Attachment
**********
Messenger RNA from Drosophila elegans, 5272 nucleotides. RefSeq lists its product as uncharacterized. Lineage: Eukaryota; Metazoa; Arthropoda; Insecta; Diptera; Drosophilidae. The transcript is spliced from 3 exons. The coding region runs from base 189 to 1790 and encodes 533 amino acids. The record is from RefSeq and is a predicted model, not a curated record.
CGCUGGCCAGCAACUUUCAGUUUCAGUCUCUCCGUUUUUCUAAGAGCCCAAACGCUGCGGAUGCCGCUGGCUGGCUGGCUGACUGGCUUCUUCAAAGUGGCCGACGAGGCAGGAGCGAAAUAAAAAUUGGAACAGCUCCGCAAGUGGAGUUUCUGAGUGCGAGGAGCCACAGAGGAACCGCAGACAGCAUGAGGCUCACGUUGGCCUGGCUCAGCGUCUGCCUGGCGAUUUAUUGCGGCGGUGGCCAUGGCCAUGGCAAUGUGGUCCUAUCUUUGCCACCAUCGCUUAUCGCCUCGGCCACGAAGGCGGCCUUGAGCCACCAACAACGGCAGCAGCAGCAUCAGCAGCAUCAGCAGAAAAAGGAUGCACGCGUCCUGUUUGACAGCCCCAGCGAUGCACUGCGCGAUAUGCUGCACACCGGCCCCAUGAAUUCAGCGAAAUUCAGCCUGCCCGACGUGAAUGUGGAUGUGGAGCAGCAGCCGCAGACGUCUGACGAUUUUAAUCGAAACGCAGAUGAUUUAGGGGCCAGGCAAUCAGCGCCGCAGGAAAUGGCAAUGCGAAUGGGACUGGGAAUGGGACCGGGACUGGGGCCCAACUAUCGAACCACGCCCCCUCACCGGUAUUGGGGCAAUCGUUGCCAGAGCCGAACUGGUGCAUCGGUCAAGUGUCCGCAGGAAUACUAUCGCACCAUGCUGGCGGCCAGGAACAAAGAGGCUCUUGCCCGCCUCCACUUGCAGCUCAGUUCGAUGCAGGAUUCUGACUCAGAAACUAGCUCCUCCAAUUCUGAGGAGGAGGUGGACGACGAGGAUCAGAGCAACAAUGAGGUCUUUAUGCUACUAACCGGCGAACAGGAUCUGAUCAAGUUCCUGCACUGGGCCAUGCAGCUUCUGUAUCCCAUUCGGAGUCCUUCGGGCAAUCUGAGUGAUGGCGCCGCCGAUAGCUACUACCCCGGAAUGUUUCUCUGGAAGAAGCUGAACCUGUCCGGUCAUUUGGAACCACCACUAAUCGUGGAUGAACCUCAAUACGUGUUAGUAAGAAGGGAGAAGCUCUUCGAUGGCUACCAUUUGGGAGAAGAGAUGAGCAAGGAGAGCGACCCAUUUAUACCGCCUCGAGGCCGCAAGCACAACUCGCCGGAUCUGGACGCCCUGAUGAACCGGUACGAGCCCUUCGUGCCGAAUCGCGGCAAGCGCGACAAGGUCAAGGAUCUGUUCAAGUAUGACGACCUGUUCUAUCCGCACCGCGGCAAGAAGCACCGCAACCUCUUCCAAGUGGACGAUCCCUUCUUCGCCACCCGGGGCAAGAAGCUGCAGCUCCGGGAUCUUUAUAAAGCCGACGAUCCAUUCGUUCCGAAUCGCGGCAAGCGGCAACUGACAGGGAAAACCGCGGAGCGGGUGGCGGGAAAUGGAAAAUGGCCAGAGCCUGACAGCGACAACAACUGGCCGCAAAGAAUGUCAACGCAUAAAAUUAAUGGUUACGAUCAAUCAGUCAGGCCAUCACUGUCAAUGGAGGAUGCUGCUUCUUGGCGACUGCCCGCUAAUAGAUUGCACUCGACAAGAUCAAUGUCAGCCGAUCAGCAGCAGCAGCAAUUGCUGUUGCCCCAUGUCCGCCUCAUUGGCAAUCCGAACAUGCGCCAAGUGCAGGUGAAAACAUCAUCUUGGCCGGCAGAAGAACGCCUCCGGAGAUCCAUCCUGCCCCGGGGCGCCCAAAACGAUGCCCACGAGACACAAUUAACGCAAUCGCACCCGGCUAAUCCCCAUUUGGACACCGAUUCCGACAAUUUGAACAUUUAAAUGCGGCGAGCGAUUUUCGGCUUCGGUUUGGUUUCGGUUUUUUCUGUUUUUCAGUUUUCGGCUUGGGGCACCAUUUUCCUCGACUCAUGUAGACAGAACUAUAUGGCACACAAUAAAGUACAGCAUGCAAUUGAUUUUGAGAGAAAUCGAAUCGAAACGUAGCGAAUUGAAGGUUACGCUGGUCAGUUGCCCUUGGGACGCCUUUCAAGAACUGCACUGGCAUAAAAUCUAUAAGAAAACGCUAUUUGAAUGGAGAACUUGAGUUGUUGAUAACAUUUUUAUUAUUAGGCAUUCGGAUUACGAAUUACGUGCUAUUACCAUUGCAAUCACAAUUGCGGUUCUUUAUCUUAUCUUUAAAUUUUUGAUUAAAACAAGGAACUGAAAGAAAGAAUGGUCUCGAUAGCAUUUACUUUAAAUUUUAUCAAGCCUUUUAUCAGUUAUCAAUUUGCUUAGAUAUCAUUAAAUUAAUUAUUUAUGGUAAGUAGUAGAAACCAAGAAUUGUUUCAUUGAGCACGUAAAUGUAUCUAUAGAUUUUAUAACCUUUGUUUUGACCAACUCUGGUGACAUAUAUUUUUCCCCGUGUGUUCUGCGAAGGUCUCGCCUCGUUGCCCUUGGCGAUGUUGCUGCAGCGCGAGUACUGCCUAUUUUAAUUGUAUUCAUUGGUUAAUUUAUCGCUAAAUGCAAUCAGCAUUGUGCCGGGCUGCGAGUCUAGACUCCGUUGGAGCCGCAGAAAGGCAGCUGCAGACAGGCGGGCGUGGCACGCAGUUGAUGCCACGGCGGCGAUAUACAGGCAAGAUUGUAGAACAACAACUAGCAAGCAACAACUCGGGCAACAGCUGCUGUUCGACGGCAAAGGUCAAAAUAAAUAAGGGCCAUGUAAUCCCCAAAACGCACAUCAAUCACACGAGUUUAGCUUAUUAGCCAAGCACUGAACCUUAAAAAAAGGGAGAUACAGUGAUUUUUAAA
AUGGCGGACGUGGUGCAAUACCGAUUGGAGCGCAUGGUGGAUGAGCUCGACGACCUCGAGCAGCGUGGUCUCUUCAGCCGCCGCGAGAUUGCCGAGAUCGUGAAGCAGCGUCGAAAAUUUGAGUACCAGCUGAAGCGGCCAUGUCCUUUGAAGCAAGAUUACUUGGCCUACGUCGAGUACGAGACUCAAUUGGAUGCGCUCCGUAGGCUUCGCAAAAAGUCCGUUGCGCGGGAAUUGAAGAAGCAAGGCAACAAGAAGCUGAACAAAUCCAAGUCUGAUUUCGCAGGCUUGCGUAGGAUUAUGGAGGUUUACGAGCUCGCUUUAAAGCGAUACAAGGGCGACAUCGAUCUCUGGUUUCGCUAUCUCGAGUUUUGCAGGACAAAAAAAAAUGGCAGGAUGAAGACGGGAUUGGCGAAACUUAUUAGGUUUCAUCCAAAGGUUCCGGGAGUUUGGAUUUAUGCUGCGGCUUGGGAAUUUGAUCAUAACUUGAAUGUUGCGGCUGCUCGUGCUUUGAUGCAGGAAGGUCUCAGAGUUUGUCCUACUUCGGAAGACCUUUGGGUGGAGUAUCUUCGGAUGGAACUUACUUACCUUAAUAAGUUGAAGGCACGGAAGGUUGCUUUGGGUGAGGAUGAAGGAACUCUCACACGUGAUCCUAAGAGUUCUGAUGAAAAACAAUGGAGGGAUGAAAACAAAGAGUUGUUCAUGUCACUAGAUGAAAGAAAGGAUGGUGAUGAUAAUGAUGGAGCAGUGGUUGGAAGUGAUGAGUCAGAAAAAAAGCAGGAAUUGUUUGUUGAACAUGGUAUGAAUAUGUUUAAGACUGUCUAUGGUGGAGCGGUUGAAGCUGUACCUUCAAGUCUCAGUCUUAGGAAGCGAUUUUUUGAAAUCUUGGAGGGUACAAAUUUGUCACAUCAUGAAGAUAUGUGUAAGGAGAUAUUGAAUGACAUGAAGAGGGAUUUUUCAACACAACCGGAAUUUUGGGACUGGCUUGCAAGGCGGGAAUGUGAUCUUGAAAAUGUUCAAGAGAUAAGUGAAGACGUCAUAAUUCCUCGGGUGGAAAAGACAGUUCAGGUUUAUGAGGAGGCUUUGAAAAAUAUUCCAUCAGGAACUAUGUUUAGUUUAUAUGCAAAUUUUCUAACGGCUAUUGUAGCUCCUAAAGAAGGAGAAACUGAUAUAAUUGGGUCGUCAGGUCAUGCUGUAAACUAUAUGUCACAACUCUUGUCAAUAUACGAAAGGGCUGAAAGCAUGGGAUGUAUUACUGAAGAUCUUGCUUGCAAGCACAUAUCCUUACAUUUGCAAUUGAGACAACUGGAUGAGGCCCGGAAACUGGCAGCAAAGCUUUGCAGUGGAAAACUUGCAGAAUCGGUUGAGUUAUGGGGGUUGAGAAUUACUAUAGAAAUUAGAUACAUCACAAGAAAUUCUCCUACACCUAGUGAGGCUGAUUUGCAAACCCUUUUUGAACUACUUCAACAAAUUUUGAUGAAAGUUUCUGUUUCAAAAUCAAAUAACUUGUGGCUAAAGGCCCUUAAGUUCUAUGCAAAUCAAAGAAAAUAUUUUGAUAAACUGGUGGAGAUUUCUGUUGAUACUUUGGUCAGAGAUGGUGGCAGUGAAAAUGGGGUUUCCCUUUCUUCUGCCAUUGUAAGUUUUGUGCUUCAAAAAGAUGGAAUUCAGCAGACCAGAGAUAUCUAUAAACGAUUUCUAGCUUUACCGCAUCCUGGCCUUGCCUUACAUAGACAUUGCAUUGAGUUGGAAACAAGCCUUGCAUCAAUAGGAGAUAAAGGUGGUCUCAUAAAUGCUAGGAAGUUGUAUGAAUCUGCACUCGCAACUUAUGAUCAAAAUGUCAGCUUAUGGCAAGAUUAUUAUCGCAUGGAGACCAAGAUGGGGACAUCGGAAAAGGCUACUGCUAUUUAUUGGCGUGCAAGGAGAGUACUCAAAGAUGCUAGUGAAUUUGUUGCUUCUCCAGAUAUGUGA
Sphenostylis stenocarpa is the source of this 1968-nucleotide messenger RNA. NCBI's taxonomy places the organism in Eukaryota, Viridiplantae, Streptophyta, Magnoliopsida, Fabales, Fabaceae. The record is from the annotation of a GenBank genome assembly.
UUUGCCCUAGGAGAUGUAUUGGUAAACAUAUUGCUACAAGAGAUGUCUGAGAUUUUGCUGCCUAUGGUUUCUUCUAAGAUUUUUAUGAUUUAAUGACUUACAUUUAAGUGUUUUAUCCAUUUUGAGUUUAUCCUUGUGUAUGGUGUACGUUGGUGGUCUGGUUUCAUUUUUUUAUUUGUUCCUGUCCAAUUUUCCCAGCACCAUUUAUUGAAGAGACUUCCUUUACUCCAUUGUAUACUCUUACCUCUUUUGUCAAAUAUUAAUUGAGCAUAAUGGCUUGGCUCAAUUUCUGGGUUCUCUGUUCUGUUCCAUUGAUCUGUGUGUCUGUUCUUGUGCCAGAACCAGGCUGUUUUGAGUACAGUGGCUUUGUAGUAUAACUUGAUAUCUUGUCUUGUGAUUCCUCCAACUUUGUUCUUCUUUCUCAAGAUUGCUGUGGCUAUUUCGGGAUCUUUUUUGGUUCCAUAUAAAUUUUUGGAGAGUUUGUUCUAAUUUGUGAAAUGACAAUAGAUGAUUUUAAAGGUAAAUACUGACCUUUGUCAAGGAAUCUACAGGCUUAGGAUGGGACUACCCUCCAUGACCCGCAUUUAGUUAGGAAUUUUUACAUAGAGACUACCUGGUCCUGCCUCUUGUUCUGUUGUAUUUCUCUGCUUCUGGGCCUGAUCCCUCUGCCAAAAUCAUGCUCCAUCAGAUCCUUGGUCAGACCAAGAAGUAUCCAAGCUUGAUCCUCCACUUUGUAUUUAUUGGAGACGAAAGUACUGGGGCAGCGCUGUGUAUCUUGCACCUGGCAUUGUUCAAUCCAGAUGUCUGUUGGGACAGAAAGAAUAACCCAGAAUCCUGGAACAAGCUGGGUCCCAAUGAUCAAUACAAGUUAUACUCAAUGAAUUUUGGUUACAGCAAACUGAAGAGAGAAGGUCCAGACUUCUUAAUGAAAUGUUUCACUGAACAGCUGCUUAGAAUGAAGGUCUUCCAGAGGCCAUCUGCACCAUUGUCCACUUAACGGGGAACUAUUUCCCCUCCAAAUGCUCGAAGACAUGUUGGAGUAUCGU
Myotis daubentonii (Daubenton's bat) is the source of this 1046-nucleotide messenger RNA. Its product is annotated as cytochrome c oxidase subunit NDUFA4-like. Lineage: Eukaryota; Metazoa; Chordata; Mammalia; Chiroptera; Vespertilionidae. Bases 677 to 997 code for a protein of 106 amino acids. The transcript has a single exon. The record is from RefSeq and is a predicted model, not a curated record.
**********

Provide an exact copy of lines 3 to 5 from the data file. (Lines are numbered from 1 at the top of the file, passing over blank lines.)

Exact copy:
AUGGCGGACGUGGUGCAAUACCGAUUGGAGCGCAUGGUGGAUGAGCUCGACGACCUCGAGCAGCGUGGUCUCUUCAGCCGCCGCGAGAUUGCCGAGAUCGUGAAGCAGCGUCGAAAAUUUGAGUACCAGCUGAAGCGGCCAUGUCCUUUGAAGCAAGAUUACUUGGCCUACGUCGAGUACGAGACUCAAUUGGAUGCGCUCCGUAGGCUUCGCAAAAAGUCCGUUGCGCGGGAAUUGAAGAAGCAAGGCAACAAGAAGCUGAACAAAUCCAAGUCUGAUUUCGCAGGCUUGCGUAGGAUUAUGGAGGUUUACGAGCUCGCUUUAAAGCGAUACAAGGGCGACAUCGAUCUCUGGUUUCGCUAUCUCGAGUUUUGCAGGACAAAAAAAAAUGGCAGGAUGAAGACGGGAUUGGCGAAACUUAUUAGGUUUCAUCCAAAGGUUCCGGGAGUUUGGAUUUAUGCUGCGGCUUGGGAAUUUGAUCAUAACUUGAAUGUUGCGGCUGCUCGUGCUUUGAUGCAGGAAGGUCUCAGAGUUUGUCCUACUUCGGAAGACCUUUGGGUGGAGUAUCUUCGGAUGGAACUUACUUACCUUAAUAAGUUGAAGGCACGGAAGGUUGCUUUGGGUGAGGAUGAAGGAACUCUCACACGUGAUCCUAAGAGUUCUGAUGAAAAACAAUGGAGGGAUGAAAACAAAGAGUUGUUCAUGUCACUAGAUGAAAGAAAGGAUGGUGAUGAUAAUGAUGGAGCAGUGGUUGGAAGUGAUGAGUCAGAAAAAAAGCAGGAAUUGUUUGUUGAACAUGGUAUGAAUAUGUUUAAGACUGUCUAUGGUGGAGCGGUUGAAGCUGUACCUUCAAGUCUCAGUCUUAGGAAGCGAUUUUUUGAAAUCUUGGAGGGUACAAAUUUGUCACAUCAUGAAGAUAUGUGUAAGGAGAUAUUGAAUGACAUGAAGAGGGAUUUUUCAACACAACCGGAAUUUUGGGACUGGCUUGCAAGGCGGGAAUGUGAUCUUGAAAAUGUUCAAGAGAUAAGUGAAGACGUCAUAAUUCCUCGGGUGGAAAAGACAGUUCAGGUUUAUGAGGAGGCUUUGAAAAAUAUUCCAUCAGGAACUAUGUUUAGUUUAUAUGCAAAUUUUCUAACGGCUAUUGUAGCUCCUAAAGAAGGAGAAACUGAUAUAAUUGGGUCGUCAGGUCAUGCUGUAAACUAUAUGUCACAACUCUUGUCAAUAUACGAAAGGGCUGAAAGCAUGGGAUGUAUUACUGAAGAUCUUGCUUGCAAGCACAUAUCCUUACAUUUGCAAUUGAGACAACUGGAUGAGGCCCGGAAACUGGCAGCAAAGCUUUGCAGUGGAAAACUUGCAGAAUCGGUUGAGUUAUGGGGGUUGAGAAUUACUAUAGAAAUUAGAUACAUCACAAGAAAUUCUCCUACACCUAGUGAGGCUGAUUUGCAAACCCUUUUUGAACUACUUCAACAAAUUUUGAUGAAAGUUUCUGUUUCAAAAUCAAAUAACUUGUGGCUAAAGGCCCUUAAGUUCUAUGCAAAUCAAAGAAAAUAUUUUGAUAAACUGGUGGAGAUUUCUGUUGAUACUUUGGUCAGAGAUGGUGGCAGUGAAAAUGGGGUUUCCCUUUCUUCUGCCAUUGUAAGUUUUGUGCUUCAAAAAGAUGGAAUUCAGCAGACCAGAGAUAUCUAUAAACGAUUUCUAGCUUUACCGCAUCCUGGCCUUGCCUUACAUAGACAUUGCAUUGAGUUGGAAACAAGCCUUGCAUCAAUAGGAGAUAAAGGUGGUCUCAUAAAUGCUAGGAAGUUGUAUGAAUCUGCACUCGCAACUUAUGAUCAAAAUGUCAGCUUAUGGCAAGAUUAUUAUCGCAUGGAGACCAAGAUGGGGACAUCGGAAAAGGCUACUGCUAUUUAUUGGCGUGCAAGGAGAGUACUCAAAGAUGCUAGUGAAUUUGUUGCUUCUCCAGAUAUGUGA
Sphenostylis stenocarpa is the source of this 1968-nucleotide messenger RNA. NCBI's taxonomy places the organism in Eukaryota, Viridiplantae, Streptophyta, Magnoliopsida, Fabales, Fabaceae. The record is from the annotation of a GenBank genome assembly.
UUUGCCCUAGGAGAUGUAUUGGUAAACAUAUUGCUACAAGAGAUGUCUGAGAUUUUGCUGCCUAUGGUUUCUUCUAAGAUUUUUAUGAUUUAAUGACUUACAUUUAAGUGUUUUAUCCAUUUUGAGUUUAUCCUUGUGUAUGGUGUACGUUGGUGGUCUGGUUUCAUUUUUUUAUUUGUUCCUGUCCAAUUUUCCCAGCACCAUUUAUUGAAGAGACUUCCUUUACUCCAUUGUAUACUCUUACCUCUUUUGUCAAAUAUUAAUUGAGCAUAAUGGCUUGGCUCAAUUUCUGGGUUCUCUGUUCUGUUCCAUUGAUCUGUGUGUCUGUUCUUGUGCCAGAACCAGGCUGUUUUGAGUACAGUGGCUUUGUAGUAUAACUUGAUAUCUUGUCUUGUGAUUCCUCCAACUUUGUUCUUCUUUCUCAAGAUUGCUGUGGCUAUUUCGGGAUCUUUUUUGGUUCCAUAUAAAUUUUUGGAGAGUUUGUUCUAAUUUGUGAAAUGACAAUAGAUGAUUUUAAAGGUAAAUACUGACCUUUGUCAAGGAAUCUACAGGCUUAGGAUGGGACUACCCUCCAUGACCCGCAUUUAGUUAGGAAUUUUUACAUAGAGACUACCUGGUCCUGCCUCUUGUUCUGUUGUAUUUCUCUGCUUCUGGGCCUGAUCCCUCUGCCAAAAUCAUGCUCCAUCAGAUCCUUGGUCAGACCAAGAAGUAUCCAAGCUUGAUCCUCCACUUUGUAUUUAUUGGAGACGAAAGUACUGGGGCAGCGCUGUGUAUCUUGCACCUGGCAUUGUUCAAUCCAGAUGUCUGUUGGGACAGAAAGAAUAACCCAGAAUCCUGGAACAAGCUGGGUCCCAAUGAUCAAUACAAGUUAUACUCAAUGAAUUUUGGUUACAGCAAACUGAAGAGAGAAGGUCCAGACUUCUUAAUGAAAUGUUUCACUGAACAGCUGCUUAGAAUGAAGGUCUUCCAGAGGCCAUCUGCACCAUUGUCCACUUAACGGGGAACUAUUUCCCCUCCAAAUGCUCGAAGACAUGUUGGAGUAUCGU